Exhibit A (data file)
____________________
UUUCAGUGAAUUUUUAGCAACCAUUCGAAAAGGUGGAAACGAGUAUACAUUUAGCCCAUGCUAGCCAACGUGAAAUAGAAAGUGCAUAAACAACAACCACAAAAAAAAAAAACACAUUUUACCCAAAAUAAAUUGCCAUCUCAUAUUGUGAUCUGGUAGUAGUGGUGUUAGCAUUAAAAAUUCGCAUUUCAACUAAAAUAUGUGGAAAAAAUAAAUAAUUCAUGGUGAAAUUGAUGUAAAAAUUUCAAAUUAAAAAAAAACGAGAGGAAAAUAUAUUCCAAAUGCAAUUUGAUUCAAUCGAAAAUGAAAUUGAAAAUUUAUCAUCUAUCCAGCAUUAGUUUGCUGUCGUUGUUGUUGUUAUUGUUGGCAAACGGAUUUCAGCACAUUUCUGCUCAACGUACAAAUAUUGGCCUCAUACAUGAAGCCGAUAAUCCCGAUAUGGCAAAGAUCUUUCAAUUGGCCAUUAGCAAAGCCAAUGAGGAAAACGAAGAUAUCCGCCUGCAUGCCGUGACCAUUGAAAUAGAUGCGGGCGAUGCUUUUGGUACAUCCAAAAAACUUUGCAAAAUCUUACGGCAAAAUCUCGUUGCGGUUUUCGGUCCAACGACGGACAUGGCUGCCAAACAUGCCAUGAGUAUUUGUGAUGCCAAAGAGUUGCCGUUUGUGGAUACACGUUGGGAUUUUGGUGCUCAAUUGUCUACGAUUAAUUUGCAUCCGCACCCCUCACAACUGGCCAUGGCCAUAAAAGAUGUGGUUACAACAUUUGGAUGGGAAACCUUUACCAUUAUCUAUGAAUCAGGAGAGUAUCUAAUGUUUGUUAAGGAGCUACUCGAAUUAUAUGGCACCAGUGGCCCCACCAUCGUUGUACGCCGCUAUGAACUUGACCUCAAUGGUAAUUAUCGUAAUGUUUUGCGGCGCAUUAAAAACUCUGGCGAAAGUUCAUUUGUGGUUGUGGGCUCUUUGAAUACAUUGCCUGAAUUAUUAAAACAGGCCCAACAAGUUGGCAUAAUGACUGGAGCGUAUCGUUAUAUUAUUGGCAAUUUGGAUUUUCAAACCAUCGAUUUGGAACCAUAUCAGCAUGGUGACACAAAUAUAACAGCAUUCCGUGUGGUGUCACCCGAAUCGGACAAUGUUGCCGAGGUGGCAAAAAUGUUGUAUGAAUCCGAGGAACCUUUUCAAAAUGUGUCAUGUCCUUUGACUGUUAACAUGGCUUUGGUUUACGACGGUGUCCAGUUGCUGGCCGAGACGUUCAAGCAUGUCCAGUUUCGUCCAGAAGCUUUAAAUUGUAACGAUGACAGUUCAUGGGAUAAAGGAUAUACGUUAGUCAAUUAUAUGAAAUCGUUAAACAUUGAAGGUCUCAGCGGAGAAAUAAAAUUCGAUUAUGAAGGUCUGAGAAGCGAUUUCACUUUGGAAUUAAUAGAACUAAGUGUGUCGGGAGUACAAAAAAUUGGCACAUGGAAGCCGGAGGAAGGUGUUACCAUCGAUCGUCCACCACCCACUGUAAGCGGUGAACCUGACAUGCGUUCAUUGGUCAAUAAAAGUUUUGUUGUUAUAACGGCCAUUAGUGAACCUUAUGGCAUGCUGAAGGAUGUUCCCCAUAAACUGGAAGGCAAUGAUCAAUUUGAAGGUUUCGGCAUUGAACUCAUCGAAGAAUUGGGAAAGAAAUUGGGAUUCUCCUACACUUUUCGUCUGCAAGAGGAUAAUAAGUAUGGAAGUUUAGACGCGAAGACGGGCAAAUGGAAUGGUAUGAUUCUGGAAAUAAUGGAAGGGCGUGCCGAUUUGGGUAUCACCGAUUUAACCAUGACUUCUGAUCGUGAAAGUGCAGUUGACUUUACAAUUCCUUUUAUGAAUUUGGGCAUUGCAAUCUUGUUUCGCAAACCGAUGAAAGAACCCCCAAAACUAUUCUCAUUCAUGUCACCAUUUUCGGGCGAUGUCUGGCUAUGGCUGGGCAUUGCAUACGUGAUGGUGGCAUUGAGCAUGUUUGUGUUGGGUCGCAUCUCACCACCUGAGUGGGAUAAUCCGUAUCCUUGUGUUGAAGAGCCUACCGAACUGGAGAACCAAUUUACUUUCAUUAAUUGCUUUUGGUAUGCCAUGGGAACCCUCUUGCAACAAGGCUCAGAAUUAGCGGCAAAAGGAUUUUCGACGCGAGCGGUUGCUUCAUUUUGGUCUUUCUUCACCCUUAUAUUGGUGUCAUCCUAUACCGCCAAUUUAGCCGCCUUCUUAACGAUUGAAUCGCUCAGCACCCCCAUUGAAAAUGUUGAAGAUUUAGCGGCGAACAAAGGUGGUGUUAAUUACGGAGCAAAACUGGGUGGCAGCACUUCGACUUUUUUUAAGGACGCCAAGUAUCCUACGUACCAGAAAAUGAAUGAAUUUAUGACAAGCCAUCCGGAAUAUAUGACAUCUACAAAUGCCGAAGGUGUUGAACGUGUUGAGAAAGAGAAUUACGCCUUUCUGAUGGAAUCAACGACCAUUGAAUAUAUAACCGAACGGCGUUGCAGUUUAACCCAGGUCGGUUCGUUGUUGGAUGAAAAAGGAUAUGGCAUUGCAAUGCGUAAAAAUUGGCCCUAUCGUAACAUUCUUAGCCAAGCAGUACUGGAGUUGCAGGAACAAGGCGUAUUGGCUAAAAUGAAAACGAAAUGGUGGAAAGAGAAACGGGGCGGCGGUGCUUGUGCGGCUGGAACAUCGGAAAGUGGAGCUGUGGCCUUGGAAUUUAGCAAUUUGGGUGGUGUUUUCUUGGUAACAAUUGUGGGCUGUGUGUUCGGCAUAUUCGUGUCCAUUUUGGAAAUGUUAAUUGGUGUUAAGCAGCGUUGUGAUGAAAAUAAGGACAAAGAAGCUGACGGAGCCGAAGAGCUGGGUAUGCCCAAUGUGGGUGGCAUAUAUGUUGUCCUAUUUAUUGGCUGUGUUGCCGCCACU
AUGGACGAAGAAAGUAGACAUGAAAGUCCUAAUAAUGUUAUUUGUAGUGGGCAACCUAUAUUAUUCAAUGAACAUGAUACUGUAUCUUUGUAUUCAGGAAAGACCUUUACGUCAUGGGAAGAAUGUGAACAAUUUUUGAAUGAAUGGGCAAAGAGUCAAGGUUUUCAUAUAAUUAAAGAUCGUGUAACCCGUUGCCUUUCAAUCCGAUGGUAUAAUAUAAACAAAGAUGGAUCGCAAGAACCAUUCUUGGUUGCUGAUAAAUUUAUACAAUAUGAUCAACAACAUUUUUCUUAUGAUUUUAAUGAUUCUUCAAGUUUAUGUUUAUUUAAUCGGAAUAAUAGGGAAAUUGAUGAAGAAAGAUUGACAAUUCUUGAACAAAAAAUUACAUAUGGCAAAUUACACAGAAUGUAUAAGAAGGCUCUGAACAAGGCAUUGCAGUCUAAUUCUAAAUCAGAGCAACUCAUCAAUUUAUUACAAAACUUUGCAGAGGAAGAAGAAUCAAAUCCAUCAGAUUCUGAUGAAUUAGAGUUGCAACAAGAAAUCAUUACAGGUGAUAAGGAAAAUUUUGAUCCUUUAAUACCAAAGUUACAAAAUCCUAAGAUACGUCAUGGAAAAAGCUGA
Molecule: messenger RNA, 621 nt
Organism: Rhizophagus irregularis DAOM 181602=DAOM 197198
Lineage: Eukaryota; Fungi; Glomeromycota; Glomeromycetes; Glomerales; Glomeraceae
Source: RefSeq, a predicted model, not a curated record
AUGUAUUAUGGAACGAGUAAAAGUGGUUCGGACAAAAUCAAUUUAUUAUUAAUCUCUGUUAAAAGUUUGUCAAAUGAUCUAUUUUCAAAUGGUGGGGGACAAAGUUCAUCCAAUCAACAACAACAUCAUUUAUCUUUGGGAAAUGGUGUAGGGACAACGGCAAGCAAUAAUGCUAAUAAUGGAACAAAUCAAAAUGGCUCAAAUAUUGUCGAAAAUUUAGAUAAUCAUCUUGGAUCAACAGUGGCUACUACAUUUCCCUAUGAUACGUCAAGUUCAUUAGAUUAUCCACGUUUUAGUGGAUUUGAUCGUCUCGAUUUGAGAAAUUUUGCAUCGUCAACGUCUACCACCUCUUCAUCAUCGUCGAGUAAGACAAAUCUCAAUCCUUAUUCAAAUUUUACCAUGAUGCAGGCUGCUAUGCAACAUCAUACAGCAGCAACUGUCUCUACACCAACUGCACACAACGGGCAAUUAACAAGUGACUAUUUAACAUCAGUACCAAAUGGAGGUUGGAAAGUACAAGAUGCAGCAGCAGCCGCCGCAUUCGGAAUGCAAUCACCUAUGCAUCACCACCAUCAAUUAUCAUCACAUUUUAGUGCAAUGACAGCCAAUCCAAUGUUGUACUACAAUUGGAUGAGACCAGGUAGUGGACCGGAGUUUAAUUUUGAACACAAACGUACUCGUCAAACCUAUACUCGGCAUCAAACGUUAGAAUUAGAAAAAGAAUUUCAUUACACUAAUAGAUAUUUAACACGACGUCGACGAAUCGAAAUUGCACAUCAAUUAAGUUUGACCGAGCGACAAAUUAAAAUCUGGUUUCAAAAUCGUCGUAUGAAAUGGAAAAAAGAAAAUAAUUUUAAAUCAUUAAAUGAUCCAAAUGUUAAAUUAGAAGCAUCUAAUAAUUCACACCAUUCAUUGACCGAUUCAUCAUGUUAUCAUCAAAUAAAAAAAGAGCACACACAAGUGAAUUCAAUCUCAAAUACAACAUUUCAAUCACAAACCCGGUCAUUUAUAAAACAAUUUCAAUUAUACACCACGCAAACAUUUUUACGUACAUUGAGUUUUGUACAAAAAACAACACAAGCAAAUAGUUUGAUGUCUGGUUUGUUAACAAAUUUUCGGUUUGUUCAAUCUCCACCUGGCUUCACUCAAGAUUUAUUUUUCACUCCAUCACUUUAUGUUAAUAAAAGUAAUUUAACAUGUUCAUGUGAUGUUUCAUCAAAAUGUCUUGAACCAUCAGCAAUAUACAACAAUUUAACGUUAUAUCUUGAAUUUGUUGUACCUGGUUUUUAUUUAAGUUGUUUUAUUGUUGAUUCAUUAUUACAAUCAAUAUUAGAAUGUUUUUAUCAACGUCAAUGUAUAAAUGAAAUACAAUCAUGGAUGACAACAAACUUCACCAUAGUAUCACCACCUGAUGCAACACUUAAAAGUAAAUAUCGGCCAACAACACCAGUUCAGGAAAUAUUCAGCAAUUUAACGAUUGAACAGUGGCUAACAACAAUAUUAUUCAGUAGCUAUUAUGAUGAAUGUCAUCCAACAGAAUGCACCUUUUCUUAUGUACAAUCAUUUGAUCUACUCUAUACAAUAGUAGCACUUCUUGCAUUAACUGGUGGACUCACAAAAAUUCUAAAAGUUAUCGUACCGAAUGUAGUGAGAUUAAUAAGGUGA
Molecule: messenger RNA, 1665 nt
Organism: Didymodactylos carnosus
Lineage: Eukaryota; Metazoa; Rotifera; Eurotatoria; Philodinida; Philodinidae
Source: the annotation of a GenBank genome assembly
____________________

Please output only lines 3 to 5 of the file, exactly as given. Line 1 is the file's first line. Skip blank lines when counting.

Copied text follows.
Molecule: messenger RNA, 621 nt
Organism: Rhizophagus irregularis DAOM 181602=DAOM 197198
Lineage: Eukaryota; Fungi; Glomeromycota; Glomeromycetes; Glomerales; Glomeraceae